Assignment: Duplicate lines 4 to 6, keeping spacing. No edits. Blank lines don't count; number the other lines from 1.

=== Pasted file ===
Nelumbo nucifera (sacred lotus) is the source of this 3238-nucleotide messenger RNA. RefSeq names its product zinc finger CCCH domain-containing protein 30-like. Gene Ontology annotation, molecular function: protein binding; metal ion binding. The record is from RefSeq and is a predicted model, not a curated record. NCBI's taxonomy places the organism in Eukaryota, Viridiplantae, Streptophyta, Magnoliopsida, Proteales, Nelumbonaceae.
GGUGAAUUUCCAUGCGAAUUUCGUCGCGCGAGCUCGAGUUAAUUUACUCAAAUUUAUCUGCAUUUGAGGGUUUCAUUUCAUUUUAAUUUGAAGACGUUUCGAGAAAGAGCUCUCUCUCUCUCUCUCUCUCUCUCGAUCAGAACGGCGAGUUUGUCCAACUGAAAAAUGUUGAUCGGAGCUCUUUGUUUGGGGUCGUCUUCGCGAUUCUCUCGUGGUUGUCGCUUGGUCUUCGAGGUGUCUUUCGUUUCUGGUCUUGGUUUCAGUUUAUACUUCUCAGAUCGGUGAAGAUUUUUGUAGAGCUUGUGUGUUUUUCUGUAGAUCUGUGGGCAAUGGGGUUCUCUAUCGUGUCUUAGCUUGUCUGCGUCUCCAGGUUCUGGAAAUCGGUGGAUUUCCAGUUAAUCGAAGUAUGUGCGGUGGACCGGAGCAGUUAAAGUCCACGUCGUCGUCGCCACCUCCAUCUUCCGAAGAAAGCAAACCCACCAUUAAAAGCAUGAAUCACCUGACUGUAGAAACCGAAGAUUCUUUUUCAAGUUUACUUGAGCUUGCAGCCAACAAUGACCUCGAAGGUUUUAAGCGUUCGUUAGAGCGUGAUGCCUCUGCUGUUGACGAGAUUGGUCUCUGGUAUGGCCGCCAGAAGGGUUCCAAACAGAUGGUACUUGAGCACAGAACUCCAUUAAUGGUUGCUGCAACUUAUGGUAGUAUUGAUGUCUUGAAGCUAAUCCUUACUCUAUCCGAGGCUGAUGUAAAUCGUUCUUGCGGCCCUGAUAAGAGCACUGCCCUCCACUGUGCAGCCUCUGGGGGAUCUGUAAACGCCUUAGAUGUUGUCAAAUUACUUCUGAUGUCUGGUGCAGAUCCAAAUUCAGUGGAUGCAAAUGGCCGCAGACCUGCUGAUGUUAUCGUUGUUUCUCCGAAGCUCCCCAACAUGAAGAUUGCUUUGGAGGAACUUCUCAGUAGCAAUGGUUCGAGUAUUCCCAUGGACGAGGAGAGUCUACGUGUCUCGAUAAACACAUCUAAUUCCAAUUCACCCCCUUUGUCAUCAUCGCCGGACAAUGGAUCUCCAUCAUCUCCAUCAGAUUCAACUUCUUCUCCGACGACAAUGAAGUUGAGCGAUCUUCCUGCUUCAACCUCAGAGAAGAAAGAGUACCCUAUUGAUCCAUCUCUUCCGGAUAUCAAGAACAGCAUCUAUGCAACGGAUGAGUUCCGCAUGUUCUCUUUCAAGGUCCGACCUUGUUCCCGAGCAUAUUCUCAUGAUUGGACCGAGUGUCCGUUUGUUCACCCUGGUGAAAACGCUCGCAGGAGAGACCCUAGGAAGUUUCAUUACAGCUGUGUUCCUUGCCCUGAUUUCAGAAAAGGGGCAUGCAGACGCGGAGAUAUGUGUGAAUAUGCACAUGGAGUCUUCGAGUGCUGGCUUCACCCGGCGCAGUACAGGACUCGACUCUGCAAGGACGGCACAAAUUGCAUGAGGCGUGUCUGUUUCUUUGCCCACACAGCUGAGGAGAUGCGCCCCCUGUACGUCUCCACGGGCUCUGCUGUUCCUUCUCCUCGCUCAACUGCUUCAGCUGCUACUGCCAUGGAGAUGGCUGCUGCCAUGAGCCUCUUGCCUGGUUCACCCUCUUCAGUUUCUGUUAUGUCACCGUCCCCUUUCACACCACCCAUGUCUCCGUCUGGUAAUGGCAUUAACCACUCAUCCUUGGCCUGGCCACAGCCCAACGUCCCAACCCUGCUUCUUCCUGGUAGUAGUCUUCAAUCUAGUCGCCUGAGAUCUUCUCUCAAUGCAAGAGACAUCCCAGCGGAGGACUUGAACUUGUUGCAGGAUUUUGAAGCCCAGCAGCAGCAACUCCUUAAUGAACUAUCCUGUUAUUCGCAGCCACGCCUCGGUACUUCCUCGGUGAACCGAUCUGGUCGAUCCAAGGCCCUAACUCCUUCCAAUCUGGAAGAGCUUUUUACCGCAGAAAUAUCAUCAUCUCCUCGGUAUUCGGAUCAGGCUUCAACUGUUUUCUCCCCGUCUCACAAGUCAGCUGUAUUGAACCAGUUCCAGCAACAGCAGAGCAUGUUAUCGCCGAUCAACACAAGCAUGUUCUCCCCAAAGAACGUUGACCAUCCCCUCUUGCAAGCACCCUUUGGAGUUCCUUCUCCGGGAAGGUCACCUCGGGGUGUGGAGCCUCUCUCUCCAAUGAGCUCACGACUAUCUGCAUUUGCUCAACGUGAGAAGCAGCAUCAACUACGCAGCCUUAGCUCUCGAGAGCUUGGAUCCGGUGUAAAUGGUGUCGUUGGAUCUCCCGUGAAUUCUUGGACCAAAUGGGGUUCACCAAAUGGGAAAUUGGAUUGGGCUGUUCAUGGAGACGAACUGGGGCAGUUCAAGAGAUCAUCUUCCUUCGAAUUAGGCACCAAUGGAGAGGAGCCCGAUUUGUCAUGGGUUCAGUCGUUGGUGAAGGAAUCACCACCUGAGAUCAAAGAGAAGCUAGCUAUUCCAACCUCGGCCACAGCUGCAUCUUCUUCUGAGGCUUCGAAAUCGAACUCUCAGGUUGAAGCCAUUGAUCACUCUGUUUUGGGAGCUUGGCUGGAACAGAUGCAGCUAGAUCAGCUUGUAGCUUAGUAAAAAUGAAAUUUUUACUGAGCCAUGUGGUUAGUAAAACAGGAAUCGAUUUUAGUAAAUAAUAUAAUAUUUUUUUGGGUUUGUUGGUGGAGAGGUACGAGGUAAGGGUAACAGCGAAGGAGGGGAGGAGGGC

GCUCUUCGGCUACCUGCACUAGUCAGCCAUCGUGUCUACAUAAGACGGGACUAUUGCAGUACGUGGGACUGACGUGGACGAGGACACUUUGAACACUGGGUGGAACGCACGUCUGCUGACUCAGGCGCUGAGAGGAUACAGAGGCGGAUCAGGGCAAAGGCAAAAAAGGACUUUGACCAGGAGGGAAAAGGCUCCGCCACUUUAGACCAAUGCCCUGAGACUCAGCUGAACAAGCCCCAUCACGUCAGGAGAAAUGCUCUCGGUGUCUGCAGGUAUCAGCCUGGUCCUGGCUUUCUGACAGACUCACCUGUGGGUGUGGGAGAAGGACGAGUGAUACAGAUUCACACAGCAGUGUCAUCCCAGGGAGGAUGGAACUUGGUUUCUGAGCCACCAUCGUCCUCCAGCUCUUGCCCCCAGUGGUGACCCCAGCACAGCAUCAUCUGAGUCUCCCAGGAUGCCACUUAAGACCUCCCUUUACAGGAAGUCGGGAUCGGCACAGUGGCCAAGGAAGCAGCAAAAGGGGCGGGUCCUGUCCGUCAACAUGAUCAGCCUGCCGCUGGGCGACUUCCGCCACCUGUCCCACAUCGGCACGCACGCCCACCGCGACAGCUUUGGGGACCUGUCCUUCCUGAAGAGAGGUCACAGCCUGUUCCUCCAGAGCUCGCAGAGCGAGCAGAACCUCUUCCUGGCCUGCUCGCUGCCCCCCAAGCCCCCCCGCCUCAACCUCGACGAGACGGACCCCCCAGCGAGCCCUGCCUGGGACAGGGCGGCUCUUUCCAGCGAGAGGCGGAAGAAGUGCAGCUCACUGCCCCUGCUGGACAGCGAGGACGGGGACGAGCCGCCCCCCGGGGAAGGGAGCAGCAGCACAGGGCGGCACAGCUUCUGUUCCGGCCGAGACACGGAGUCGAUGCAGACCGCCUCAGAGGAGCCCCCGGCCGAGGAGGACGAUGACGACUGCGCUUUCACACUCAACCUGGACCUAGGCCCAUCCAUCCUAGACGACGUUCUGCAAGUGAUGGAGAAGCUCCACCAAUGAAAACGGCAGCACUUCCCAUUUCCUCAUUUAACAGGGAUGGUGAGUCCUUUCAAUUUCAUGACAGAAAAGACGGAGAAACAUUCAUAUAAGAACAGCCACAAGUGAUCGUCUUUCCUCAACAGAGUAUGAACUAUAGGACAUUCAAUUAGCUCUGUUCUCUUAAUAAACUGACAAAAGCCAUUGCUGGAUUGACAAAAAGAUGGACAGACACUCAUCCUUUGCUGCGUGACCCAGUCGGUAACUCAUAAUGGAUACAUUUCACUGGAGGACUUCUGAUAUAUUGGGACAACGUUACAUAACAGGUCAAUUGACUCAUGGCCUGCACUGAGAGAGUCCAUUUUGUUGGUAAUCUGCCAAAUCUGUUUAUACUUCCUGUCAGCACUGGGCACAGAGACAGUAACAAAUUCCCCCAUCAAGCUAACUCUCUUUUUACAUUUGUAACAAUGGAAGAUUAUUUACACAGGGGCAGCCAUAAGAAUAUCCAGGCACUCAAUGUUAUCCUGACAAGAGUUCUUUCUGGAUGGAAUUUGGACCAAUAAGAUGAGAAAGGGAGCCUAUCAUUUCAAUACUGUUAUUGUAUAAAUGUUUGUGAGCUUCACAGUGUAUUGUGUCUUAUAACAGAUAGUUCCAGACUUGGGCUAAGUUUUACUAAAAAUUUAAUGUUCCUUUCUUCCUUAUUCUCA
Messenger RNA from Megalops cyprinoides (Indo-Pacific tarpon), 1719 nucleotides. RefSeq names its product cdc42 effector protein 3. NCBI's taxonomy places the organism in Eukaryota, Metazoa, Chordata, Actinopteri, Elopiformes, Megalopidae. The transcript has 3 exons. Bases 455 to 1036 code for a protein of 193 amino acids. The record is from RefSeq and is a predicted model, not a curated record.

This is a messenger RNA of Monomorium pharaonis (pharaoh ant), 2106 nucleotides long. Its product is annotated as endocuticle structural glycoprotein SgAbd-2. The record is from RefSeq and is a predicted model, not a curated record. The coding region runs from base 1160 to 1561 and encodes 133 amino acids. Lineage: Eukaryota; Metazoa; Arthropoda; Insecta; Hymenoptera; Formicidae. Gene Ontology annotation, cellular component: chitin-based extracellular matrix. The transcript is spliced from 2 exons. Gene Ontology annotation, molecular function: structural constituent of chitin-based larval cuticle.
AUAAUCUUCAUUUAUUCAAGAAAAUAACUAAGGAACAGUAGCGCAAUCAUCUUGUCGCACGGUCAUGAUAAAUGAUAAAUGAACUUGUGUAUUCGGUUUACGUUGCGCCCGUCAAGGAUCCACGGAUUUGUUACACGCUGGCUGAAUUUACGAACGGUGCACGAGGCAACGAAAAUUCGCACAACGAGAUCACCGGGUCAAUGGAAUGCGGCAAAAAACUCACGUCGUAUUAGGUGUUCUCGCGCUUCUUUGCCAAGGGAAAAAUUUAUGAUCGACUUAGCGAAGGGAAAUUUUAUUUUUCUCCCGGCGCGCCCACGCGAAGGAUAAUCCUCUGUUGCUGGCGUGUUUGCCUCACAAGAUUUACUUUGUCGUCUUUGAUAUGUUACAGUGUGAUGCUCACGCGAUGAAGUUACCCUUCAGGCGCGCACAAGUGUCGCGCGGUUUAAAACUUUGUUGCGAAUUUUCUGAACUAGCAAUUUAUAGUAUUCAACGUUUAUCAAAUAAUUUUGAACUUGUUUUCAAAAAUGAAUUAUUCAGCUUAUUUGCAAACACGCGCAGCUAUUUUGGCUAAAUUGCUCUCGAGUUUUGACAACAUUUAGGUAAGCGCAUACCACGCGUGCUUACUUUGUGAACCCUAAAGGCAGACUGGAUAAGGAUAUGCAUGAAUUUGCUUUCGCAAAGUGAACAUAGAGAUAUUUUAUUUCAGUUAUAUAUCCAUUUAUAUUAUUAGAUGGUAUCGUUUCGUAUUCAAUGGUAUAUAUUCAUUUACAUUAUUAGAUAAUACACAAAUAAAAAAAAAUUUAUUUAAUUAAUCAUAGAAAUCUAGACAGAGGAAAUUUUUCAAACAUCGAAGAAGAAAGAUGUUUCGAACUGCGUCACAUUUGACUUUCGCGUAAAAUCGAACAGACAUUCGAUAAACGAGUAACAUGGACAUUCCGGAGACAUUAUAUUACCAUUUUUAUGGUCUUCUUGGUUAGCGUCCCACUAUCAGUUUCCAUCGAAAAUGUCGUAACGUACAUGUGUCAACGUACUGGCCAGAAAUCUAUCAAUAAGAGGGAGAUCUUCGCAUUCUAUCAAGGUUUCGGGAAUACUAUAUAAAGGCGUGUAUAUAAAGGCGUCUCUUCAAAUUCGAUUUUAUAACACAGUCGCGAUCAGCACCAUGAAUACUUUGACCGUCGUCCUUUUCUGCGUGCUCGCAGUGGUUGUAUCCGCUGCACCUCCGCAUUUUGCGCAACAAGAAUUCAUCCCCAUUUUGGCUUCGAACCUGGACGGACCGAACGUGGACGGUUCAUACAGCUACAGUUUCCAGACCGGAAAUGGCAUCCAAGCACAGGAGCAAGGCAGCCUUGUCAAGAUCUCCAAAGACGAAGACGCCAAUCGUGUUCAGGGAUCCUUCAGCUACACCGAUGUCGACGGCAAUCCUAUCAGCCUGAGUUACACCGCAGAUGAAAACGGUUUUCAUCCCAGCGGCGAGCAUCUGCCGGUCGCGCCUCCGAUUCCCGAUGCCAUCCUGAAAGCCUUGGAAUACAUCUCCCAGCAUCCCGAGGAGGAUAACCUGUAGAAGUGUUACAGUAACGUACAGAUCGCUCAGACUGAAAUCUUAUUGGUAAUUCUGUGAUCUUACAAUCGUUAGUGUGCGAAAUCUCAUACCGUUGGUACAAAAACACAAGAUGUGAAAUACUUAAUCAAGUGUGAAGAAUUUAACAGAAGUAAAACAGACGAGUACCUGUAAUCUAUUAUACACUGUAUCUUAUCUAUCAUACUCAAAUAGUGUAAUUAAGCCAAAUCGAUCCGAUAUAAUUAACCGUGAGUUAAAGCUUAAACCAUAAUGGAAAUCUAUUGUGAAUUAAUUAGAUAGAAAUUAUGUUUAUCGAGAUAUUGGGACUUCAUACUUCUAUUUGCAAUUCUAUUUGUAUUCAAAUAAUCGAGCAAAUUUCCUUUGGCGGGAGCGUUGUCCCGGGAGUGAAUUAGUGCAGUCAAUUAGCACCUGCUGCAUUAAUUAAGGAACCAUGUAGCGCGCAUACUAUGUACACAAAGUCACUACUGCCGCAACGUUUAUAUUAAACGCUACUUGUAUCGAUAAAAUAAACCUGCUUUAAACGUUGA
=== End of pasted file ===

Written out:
Messenger RNA from Megalops cyprinoides (Indo-Pacific tarpon), 1719 nucleotides. RefSeq names its product cdc42 effector protein 3. NCBI's taxonomy places the organism in Eukaryota, Metazoa, Chordata, Actinopteri, Elopiformes, Megalopidae. The transcript has 3 exons. Bases 455 to 1036 code for a protein of 193 amino acids. The record is from RefSeq and is a predicted model, not a curated record.

This is a messenger RNA of Monomorium pharaonis (pharaoh ant), 2106 nucleotides long. Its product is annotated as endocuticle structural glycoprotein SgAbd-2. The record is from RefSeq and is a predicted model, not a curated record. The coding region runs from base 1160 to 1561 and encodes 133 amino acids. Lineage: Eukaryota; Metazoa; Arthropoda; Insecta; Hymenoptera; Formicidae. Gene Ontology annotation, cellular component: chitin-based extracellular matrix. The transcript is spliced from 2 exons. Gene Ontology annotation, molecular function: structural constituent of chitin-based larval cuticle.
AUAAUCUUCAUUUAUUCAAGAAAAUAACUAAGGAACAGUAGCGCAAUCAUCUUGUCGCACGGUCAUGAUAAAUGAUAAAUGAACUUGUGUAUUCGGUUUACGUUGCGCCCGUCAAGGAUCCACGGAUUUGUUACACGCUGGCUGAAUUUACGAACGGUGCACGAGGCAACGAAAAUUCGCACAACGAGAUCACCGGGUCAAUGGAAUGCGGCAAAAAACUCACGUCGUAUUAGGUGUUCUCGCGCUUCUUUGCCAAGGGAAAAAUUUAUGAUCGACUUAGCGAAGGGAAAUUUUAUUUUUCUCCCGGCGCGCCCACGCGAAGGAUAAUCCUCUGUUGCUGGCGUGUUUGCCUCACAAGAUUUACUUUGUCGUCUUUGAUAUGUUACAGUGUGAUGCUCACGCGAUGAAGUUACCCUUCAGGCGCGCACAAGUGUCGCGCGGUUUAAAACUUUGUUGCGAAUUUUCUGAACUAGCAAUUUAUAGUAUUCAACGUUUAUCAAAUAAUUUUGAACUUGUUUUCAAAAAUGAAUUAUUCAGCUUAUUUGCAAACACGCGCAGCUAUUUUGGCUAAAUUGCUCUCGAGUUUUGACAACAUUUAGGUAAGCGCAUACCACGCGUGCUUACUUUGUGAACCCUAAAGGCAGACUGGAUAAGGAUAUGCAUGAAUUUGCUUUCGCAAAGUGAACAUAGAGAUAUUUUAUUUCAGUUAUAUAUCCAUUUAUAUUAUUAGAUGGUAUCGUUUCGUAUUCAAUGGUAUAUAUUCAUUUACAUUAUUAGAUAAUACACAAAUAAAAAAAAAUUUAUUUAAUUAAUCAUAGAAAUCUAGACAGAGGAAAUUUUUCAAACAUCGAAGAAGAAAGAUGUUUCGAACUGCGUCACAUUUGACUUUCGCGUAAAAUCGAACAGACAUUCGAUAAACGAGUAACAUGGACAUUCCGGAGACAUUAUAUUACCAUUUUUAUGGUCUUCUUGGUUAGCGUCCCACUAUCAGUUUCCAUCGAAAAUGUCGUAACGUACAUGUGUCAACGUACUGGCCAGAAAUCUAUCAAUAAGAGGGAGAUCUUCGCAUUCUAUCAAGGUUUCGGGAAUACUAUAUAAAGGCGUGUAUAUAAAGGCGUCUCUUCAAAUUCGAUUUUAUAACACAGUCGCGAUCAGCACCAUGAAUACUUUGACCGUCGUCCUUUUCUGCGUGCUCGCAGUGGUUGUAUCCGCUGCACCUCCGCAUUUUGCGCAACAAGAAUUCAUCCCCAUUUUGGCUUCGAACCUGGACGGACCGAACGUGGACGGUUCAUACAGCUACAGUUUCCAGACCGGAAAUGGCAUCCAAGCACAGGAGCAAGGCAGCCUUGUCAAGAUCUCCAAAGACGAAGACGCCAAUCGUGUUCAGGGAUCCUUCAGCUACACCGAUGUCGACGGCAAUCCUAUCAGCCUGAGUUACACCGCAGAUGAAAACGGUUUUCAUCCCAGCGGCGAGCAUCUGCCGGUCGCGCCUCCGAUUCCCGAUGCCAUCCUGAAAGCCUUGGAAUACAUCUCCCAGCAUCCCGAGGAGGAUAACCUGUAGAAGUGUUACAGUAACGUACAGAUCGCUCAGACUGAAAUCUUAUUGGUAAUUCUGUGAUCUUACAAUCGUUAGUGUGCGAAAUCUCAUACCGUUGGUACAAAAACACAAGAUGUGAAAUACUUAAUCAAGUGUGAAGAAUUUAACAGAAGUAAAACAGACGAGUACCUGUAAUCUAUUAUACACUGUAUCUUAUCUAUCAUACUCAAAUAGUGUAAUUAAGCCAAAUCGAUCCGAUAUAAUUAACCGUGAGUUAAAGCUUAAACCAUAAUGGAAAUCUAUUGUGAAUUAAUUAGAUAGAAAUUAUGUUUAUCGAGAUAUUGGGACUUCAUACUUCUAUUUGCAAUUCUAUUUGUAUUCAAAUAAUCGAGCAAAUUUCCUUUGGCGGGAGCGUUGUCCCGGGAGUGAAUUAGUGCAGUCAAUUAGCACCUGCUGCAUUAAUUAAGGAACCAUGUAGCGCGCAUACUAUGUACACAAAGUCACUACUGCCGCAACGUUUAUAUUAAACGCUACUUGUAUCGAUAAAAUAAACCUGCUUUAAACGUUGA